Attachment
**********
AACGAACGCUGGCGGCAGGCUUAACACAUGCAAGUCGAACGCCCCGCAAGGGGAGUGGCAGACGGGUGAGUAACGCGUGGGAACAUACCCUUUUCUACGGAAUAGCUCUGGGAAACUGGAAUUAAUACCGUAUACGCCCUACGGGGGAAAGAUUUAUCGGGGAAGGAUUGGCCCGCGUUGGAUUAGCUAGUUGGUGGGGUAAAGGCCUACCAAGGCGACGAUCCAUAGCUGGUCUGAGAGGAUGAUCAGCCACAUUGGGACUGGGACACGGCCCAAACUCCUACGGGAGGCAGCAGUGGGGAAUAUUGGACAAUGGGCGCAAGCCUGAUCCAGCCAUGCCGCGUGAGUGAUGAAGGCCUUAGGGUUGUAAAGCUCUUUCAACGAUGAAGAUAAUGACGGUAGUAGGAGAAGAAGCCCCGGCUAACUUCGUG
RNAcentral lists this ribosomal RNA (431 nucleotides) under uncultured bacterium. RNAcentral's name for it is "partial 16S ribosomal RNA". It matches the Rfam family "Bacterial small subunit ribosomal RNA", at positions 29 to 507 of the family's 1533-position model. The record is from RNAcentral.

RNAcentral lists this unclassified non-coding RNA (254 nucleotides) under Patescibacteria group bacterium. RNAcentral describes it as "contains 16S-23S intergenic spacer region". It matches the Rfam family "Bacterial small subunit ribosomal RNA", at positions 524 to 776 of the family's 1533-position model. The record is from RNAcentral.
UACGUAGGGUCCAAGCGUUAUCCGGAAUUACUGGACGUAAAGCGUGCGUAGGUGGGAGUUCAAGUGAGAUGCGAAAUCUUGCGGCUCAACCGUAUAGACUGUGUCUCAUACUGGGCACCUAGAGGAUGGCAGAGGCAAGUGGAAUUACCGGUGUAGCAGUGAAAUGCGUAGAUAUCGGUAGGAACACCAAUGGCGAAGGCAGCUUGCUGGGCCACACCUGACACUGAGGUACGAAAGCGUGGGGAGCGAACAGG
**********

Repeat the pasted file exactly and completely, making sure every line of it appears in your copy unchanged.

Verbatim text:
AACGAACGCUGGCGGCAGGCUUAACACAUGCAAGUCGAACGCCCCGCAAGGGGAGUGGCAGACGGGUGAGUAACGCGUGGGAACAUACCCUUUUCUACGGAAUAGCUCUGGGAAACUGGAAUUAAUACCGUAUACGCCCUACGGGGGAAAGAUUUAUCGGGGAAGGAUUGGCCCGCGUUGGAUUAGCUAGUUGGUGGGGUAAAGGCCUACCAAGGCGACGAUCCAUAGCUGGUCUGAGAGGAUGAUCAGCCACAUUGGGACUGGGACACGGCCCAAACUCCUACGGGAGGCAGCAGUGGGGAAUAUUGGACAAUGGGCGCAAGCCUGAUCCAGCCAUGCCGCGUGAGUGAUGAAGGCCUUAGGGUUGUAAAGCUCUUUCAACGAUGAAGAUAAUGACGGUAGUAGGAGAAGAAGCCCCGGCUAACUUCGUG
RNAcentral lists this ribosomal RNA (431 nucleotides) under uncultured bacterium. RNAcentral's name for it is "partial 16S ribosomal RNA". It matches the Rfam family "Bacterial small subunit ribosomal RNA", at positions 29 to 507 of the family's 1533-position model. The record is from RNAcentral.

RNAcentral lists this unclassified non-coding RNA (254 nucleotides) under Patescibacteria group bacterium. RNAcentral describes it as "contains 16S-23S intergenic spacer region". It matches the Rfam family "Bacterial small subunit ribosomal RNA", at positions 524 to 776 of the family's 1533-position model. The record is from RNAcentral.
UACGUAGGGUCCAAGCGUUAUCCGGAAUUACUGGACGUAAAGCGUGCGUAGGUGGGAGUUCAAGUGAGAUGCGAAAUCUUGCGGCUCAACCGUAUAGACUGUGUCUCAUACUGGGCACCUAGAGGAUGGCAGAGGCAAGUGGAAUUACCGGUGUAGCAGUGAAAUGCGUAGAUAUCGGUAGGAACACCAAUGGCGAAGGCAGCUUGCUGGGCCACACCUGACACUGAGGUACGAAAGCGUGGGGAGCGAACAGG